The Might of Nations: World Politics in Our Time

The Might of Nations: World Politics in Our Time

The Might of Nations: World Politics in Our Time

The Might of Nations: World Politics in Our Time

Excerpt

In a rapidly changing world the study of international politics calls for fresh treatment at frequent intervals. For instance, the United Nations, the most outstanding international organization, is not what it was in 1945, when it was founded at San Francisco, or in 1950, when it met its first great challenge in Korea--or even in 1955, when a long step was taken in the slow process of development from a league of victors in World War II to a genuine worldwide organization. Today, the operations of the United Nations in the Congo, like the development of spatial aeronautics and world-wide television, are harbingers of new patterns of world politics which require systematic and purposeful analysis and interpretation.

The essential elements in the pattern of world politics, according to Professor Stoessinger's analysis, are, on the one hand, the striving for better order in world affairs and, on the other, that for greater power. Indeed, our time is witness to an unprecedented conflict between these two forces. "Communist" and "capitalist" nations have produced through their clashing attitudes the "cold war" which seems to obsess the minds of peoples in great parts of the world. But in other areas peoples' minds seem equally obsessed with another "cold war" between the forces of colonialism and self-determination. The interaction between these two struggles gives to the world politics of our time a complexity which up to now has defied the efforts of the ablest statesmen to gain peace and security for their peoples.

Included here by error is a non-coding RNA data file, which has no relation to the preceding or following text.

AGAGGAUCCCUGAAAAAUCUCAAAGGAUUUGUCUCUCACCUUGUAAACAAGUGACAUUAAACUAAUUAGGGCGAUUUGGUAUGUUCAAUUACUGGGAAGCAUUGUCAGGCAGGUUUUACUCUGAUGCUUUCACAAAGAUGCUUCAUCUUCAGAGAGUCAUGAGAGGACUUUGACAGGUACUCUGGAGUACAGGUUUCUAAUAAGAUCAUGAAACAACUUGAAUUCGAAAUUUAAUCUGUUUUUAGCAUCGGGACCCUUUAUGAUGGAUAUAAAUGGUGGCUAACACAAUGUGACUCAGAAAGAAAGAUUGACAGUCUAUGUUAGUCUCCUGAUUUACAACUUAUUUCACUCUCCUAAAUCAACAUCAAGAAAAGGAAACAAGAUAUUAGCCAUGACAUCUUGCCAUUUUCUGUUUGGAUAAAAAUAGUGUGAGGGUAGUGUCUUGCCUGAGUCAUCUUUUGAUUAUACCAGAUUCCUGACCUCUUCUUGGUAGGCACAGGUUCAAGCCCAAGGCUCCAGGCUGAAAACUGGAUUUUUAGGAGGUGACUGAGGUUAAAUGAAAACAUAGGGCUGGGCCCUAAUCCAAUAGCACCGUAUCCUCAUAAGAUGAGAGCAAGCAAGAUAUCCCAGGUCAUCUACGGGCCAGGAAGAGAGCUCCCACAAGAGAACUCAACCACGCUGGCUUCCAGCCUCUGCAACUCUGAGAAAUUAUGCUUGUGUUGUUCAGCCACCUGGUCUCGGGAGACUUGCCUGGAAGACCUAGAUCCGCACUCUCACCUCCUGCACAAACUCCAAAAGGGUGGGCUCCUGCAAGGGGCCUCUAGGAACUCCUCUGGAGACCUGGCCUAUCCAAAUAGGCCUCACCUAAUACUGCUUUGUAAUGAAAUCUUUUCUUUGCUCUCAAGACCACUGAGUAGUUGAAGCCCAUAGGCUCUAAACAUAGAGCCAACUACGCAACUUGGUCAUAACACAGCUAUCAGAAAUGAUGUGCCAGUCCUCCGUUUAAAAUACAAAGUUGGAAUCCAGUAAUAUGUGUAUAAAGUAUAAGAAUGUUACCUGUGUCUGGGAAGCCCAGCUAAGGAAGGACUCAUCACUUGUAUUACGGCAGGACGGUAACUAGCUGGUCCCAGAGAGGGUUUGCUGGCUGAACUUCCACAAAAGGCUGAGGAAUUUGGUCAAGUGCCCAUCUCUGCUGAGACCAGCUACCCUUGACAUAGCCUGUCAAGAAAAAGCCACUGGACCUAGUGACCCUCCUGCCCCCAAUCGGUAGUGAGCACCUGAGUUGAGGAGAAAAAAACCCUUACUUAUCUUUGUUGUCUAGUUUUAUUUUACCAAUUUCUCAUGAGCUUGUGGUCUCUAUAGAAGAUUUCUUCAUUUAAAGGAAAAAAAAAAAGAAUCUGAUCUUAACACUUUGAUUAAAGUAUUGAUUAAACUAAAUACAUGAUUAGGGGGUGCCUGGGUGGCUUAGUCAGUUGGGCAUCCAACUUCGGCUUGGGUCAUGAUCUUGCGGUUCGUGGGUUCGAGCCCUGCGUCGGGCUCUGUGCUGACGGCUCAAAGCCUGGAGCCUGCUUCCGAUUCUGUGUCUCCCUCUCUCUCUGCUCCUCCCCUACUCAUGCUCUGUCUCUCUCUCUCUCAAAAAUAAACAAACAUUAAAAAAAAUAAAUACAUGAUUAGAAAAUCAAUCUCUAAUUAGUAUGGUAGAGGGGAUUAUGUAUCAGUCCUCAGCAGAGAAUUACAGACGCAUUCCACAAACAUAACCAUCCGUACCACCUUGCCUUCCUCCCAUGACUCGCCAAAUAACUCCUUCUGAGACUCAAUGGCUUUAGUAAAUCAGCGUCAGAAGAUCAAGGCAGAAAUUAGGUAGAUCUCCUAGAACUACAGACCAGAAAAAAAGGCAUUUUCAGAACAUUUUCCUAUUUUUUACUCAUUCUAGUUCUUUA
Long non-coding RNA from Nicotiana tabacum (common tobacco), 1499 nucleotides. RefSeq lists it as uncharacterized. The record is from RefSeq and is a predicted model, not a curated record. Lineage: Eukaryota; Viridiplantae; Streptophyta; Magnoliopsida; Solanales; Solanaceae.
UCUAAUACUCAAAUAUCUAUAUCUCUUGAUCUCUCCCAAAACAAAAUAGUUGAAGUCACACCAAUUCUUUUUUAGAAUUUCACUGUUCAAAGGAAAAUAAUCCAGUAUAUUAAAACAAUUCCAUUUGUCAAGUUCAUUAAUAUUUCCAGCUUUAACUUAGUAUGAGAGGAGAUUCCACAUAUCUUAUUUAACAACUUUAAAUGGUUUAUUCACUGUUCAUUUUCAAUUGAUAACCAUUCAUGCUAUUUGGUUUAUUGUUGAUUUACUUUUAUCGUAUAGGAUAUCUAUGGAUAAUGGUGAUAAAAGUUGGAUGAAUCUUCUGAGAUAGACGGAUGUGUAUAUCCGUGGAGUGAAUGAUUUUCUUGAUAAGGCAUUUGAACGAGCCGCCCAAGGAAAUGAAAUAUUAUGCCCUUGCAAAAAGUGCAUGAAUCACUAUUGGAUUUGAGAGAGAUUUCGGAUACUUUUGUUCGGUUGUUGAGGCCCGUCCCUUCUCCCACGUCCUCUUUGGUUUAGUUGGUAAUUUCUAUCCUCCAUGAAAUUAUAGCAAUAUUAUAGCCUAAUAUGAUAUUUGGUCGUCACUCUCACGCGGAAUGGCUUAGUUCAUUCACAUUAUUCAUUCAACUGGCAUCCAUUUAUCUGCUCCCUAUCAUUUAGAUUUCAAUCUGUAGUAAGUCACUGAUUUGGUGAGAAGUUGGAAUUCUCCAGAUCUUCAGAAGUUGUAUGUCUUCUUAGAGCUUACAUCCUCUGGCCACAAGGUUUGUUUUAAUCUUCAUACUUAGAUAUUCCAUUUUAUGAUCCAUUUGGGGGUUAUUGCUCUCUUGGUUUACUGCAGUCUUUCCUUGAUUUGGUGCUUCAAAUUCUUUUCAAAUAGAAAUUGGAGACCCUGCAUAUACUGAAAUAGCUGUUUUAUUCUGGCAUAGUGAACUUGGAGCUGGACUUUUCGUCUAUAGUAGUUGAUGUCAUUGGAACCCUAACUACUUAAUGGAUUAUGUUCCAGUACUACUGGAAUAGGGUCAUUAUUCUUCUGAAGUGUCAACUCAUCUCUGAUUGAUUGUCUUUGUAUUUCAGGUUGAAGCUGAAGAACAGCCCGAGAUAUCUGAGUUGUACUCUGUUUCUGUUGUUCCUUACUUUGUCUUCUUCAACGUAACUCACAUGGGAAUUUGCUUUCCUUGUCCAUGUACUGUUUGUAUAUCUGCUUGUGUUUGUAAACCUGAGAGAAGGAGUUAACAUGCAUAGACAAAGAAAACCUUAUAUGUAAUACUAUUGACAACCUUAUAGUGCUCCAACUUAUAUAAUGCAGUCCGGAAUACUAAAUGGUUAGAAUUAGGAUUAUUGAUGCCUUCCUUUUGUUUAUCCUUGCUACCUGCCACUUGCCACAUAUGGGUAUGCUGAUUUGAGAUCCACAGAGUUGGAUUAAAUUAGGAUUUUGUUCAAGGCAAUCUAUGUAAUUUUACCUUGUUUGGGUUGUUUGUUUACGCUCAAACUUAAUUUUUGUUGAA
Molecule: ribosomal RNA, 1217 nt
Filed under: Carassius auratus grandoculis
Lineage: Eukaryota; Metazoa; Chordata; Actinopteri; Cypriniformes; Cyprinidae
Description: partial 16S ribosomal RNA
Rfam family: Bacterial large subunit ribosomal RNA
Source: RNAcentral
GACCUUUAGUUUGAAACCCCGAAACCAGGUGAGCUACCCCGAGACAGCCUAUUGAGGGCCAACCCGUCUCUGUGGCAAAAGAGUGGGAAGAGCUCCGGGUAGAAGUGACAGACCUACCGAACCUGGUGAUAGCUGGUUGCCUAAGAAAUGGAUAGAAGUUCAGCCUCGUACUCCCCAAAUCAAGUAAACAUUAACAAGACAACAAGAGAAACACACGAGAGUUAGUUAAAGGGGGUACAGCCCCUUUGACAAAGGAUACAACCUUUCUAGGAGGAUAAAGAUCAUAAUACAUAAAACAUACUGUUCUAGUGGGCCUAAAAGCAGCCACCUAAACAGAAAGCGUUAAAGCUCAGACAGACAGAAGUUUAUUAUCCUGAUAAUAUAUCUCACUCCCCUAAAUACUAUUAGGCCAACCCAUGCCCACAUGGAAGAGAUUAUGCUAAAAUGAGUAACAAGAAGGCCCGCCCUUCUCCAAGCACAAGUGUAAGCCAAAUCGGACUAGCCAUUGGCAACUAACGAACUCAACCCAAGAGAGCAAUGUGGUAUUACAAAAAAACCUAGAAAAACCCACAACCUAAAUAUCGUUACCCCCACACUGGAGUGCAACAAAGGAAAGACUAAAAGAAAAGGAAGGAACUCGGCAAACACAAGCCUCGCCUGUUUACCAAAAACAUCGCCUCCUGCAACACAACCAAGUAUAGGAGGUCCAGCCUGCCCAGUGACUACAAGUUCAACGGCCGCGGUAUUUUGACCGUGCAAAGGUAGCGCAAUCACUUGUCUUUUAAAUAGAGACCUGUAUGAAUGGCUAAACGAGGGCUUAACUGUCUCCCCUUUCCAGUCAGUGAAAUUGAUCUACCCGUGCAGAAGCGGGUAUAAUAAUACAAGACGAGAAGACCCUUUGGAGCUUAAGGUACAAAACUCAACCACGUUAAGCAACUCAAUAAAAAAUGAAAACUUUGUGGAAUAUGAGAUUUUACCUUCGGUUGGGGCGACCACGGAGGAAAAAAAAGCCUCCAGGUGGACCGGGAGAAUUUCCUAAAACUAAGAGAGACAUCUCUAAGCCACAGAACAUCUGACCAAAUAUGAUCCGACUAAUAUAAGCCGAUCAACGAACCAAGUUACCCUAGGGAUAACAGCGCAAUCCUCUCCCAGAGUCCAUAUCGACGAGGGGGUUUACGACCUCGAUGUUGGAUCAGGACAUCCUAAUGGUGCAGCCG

Contemplation of the vexatious problems confronting the leading actors in international politics provokes the author into asking some baffling questions: in view of the negligible role played by professional diplomats in recent disastrous "summit conferences," has diplomacy--long regarded as a major order-building instrument--now become obsolete? What is the role of ethics in a world of power? What is the relationship between "personal" and "political" morality? What is the connection between politics and law in international relations? These, of course, are not new questions . . .

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